This work is supported by Anaconda Inc
To increase transparency I’m trying to blog more often about the current workgoing on around Dask and related projects. Nothing here is ready forproduction. This blogpost is written in haste, so refined polish should not beexpected.
Over the last two weeks we’ve seen activity in the following areas:
Some advanced workloads want to directly manage and mutate state on workers. Atask-based framework like Dask can be forced into this kind of workload usinglong-running-tasks, but it’s an uncomfortable experience. To address thiswe’ve been adding an experimental Actors framework to Dask alongside thestandard task-scheduling system. This provides reduced latencies, removesscheduling overhead, and provides the ability to directly mutate state on aworker, but loses niceties like resilience and diagnostics.
The idea to adopt Actors was shamelessly stolen from the Ray Project :)
Work for Actors is happening in dask/distributed #2133.
self.n = 0
self.n += 1
counter = client.submit(Counter, actor=True).result()
>>> future = counter.increment()
Many Scikit-Learn-style estimators feature a partial_fit method that enablesincremental training on batches of data. This is particularly well suited forsystems like Dask array or Dask dataframe, that are built from many batches ofNumpy arrays or Pandas dataframes. It’s a nice fit because all of thecomputational algorithm work is already done in Scikit-Learn, Dask just has toadministratively move models around to data and call scikit-learn (or othermachine learning models that follow the fit/transform/predict/score API). Thisapproach provides a nice community interface between parallelism and machinelearning developers.
However, this training is inherently sequential because the model only trainson one batch of data at a time. We’re leaving a lot of processing power on thetable.
To address this we can combine incremental training with hyper-parameterselection and train several models on the same data at the same time. This isoften required anyway, and lets us be more efficient with our computation.
However there are many ways to do incremental training with hyper-parameterselection, and the right algorithm likely depends on the problem at hand.This is an active field of research and so it’s hard for a general project likeDask to pick and implement a single method that works well for everyone. Thereis probably a handful of methods that will be necessary with various options onthem.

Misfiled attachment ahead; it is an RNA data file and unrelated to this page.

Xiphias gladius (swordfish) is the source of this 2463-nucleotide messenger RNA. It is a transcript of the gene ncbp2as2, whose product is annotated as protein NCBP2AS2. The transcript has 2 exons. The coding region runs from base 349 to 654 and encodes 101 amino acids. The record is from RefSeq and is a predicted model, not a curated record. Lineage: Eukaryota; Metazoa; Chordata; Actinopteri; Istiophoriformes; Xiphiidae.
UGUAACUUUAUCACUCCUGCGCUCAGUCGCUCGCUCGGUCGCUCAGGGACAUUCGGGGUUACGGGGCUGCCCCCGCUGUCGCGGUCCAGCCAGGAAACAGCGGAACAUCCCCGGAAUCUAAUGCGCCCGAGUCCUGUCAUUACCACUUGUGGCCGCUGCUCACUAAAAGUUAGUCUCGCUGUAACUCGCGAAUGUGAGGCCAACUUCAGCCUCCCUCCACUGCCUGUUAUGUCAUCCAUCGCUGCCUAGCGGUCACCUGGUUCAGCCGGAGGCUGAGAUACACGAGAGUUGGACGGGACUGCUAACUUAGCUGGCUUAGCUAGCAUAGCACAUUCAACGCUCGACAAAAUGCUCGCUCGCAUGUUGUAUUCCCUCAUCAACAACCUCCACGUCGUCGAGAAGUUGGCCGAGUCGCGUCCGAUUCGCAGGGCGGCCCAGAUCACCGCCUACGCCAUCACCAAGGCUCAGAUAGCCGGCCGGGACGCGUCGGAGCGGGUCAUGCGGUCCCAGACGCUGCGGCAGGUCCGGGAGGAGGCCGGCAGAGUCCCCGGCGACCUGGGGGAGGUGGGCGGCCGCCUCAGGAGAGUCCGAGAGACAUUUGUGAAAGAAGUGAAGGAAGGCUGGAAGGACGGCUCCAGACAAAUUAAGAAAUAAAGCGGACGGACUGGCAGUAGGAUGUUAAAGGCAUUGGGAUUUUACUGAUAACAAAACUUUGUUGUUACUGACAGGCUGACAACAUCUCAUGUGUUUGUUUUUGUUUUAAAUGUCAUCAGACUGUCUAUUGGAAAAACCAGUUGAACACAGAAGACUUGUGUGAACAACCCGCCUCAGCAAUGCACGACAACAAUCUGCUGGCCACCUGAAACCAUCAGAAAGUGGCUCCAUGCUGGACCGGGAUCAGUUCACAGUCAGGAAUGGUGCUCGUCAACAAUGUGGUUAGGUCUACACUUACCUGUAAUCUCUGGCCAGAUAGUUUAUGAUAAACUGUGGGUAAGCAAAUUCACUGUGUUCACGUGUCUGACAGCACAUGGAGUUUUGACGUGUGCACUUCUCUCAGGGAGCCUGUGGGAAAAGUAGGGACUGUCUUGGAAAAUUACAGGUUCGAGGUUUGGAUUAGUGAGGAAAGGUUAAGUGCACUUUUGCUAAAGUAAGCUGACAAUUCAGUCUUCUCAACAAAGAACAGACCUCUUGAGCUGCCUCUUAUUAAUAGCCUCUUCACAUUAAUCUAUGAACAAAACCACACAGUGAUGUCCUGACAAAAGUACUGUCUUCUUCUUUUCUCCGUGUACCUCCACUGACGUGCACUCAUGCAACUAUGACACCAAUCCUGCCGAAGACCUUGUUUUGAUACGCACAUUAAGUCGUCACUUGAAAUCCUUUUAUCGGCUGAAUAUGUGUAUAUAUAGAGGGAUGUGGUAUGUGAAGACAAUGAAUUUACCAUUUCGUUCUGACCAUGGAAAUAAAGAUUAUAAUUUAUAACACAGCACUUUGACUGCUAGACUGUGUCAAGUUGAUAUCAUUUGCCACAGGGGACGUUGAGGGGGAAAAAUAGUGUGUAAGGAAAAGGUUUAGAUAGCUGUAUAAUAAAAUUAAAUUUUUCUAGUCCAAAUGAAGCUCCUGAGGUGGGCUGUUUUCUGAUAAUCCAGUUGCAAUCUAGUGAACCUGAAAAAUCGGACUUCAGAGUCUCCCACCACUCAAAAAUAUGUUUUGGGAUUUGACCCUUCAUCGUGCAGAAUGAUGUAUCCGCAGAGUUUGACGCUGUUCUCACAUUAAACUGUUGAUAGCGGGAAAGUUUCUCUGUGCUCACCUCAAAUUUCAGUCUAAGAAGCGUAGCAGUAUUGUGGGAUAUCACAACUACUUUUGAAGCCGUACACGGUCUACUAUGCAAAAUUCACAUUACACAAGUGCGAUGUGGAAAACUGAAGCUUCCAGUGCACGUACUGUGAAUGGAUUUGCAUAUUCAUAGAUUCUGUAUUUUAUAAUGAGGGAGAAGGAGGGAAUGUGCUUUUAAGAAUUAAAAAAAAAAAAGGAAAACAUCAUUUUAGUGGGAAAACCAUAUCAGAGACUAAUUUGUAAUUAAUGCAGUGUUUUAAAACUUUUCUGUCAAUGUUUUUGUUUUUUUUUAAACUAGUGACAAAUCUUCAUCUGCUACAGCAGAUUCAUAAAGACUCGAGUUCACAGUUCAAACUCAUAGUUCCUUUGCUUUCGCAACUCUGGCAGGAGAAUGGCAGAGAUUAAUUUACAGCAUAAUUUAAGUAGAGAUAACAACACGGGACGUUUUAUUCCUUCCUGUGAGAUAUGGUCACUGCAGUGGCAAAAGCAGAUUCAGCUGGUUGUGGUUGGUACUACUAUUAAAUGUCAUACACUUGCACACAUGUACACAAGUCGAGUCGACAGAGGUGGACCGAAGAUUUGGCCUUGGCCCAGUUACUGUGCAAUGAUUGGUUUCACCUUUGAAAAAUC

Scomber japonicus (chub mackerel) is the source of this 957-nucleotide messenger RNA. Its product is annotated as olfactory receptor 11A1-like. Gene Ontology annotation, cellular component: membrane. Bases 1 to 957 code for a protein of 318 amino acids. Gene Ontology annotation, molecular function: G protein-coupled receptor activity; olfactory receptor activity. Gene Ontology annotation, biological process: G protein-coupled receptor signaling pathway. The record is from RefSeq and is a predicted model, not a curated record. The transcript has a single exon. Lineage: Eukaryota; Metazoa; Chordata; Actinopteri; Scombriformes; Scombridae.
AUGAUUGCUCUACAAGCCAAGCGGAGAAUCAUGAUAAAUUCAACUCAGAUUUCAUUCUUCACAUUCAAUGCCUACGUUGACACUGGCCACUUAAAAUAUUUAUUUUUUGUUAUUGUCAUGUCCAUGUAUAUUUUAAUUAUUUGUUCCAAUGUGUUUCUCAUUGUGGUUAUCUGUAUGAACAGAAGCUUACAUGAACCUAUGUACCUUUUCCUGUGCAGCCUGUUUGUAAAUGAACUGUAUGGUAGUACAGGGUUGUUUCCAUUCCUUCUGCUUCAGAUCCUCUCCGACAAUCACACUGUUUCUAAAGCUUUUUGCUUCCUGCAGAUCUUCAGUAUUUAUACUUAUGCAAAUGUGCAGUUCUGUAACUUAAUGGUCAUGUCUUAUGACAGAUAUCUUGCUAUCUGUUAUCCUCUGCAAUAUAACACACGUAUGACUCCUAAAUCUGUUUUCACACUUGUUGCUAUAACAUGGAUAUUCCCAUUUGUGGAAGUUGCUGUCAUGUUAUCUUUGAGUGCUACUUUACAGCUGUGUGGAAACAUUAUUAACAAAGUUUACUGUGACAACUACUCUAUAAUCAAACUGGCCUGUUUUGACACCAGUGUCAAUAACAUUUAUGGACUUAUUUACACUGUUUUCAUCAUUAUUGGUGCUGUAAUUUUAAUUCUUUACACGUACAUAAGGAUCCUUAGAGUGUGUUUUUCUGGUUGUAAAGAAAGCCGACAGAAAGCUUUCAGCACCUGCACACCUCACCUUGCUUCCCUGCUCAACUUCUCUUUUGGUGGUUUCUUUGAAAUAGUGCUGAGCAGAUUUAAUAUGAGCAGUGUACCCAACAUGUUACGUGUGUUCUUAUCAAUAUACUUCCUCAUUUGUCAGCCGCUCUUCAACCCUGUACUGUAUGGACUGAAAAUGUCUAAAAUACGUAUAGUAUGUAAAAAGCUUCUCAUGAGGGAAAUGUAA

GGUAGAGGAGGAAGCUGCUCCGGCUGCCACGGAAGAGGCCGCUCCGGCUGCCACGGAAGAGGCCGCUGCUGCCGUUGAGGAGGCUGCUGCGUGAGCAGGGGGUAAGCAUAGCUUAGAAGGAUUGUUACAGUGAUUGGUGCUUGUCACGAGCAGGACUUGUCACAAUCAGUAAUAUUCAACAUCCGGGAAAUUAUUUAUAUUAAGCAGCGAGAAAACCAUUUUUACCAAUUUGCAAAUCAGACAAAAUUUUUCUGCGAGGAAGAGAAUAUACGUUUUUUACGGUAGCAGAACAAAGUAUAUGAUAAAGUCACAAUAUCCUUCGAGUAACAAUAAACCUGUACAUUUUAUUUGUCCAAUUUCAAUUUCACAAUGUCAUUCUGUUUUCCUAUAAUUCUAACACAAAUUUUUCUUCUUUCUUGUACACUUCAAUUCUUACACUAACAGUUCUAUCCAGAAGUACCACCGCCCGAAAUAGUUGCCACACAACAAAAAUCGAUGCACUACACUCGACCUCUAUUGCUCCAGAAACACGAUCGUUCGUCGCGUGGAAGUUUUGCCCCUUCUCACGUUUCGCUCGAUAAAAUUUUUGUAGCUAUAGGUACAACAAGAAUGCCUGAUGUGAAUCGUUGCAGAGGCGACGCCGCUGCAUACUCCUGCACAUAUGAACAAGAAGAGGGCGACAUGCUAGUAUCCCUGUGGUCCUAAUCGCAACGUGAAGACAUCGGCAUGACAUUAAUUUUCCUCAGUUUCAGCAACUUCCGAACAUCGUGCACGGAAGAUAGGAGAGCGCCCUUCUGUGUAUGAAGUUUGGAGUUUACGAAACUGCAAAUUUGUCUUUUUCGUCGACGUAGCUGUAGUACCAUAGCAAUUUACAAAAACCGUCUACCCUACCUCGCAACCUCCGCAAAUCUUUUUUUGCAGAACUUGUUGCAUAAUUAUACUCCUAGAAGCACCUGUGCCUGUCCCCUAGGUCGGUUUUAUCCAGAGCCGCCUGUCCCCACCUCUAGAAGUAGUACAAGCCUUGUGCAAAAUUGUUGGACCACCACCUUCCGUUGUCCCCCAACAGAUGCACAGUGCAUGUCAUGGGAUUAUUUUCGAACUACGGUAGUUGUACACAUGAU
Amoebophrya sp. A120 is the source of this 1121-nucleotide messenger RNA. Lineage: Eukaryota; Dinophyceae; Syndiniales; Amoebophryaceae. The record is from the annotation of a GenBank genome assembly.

To help experimentation here we’ve been experimenting with some lower-leveltooling that we think will be helpful in a variety of cases. This accepts apolicy from the user as a Python function that gets scores from recentevaluations, and asks for how much further to progress on each set ofhyper-parameters before checking in again. This allows us to model a fewcommon situations like random search with early stopping conditions, successivehalving, and variations of those easily without having to write any Dask code:
This work is done by Scott Sievert and myself
To improve the speed of training large models ScottSievert has been using Actors (mentioned above)to develop simple examples for parameter servers. These are helping toidentify and motivate performance and diagnostic improvements improvementswithin Dask itself:
These parameter servers manage the communication of models produced bydifferent workers, and leave the computation to the underlying deep learninglibrary. This is ongoing work.
We’ve started to orient some of the Dask-ML work around case studies. Ourfirst, written by Scott Sievert, uses theCriteo dataset for ads. It’s a good example of a combined dense/sparse datasetthat can be somewhat large (around 1TB). The first challenge we’re runninginto is preprocessing. These have lead to a few preprocessing improvements:
Some of these are also based off of improved dataframe handling features in theupcoming 0.20 release for Scikit-Learn.
Profiling concurrent code is hard. Traditional profilers like CProfile becomeconfused by passing control between all of the different coroutines. Thismeans that we haven’t done a very comprehensive job of profiling and tuning thedistributed scheduler and workers. Statistical profilers on the other handtend to do a bit better. We’ve taken the statistical profiler that we usuallyuse on Dask worker threads (available in the dashboard on the “Profile” tab)and have applied it to the central administrative threads running the Tornadoevent loop as well. This has highlighted a few issues that we weren’t able tospot before, and should hopefully result in reduced overhead in futurereleases.
There is a new release of Dask-Yarnand the underlying library for managing Yarn jobs,Skein. These include a number of bug-fixesand improved concurrency primitives for YARN applications. The new features aredocumented here, and wereimplemented in jcrist/skein #40.
This work was done by Jim Crist
The dask.distributed test suite has been suffering from intermittent failuresrecently. These are tests that fail very infrequently, and so are hard tocatch when writing them, but show up when future unrelated PRs run the testsuite on continuous integration and get failures. They add friction to thedevelopment process, but are expensive to track down (testing distributedsystems is hard).
We’re taking a bit of time this week to track these down. Progress here: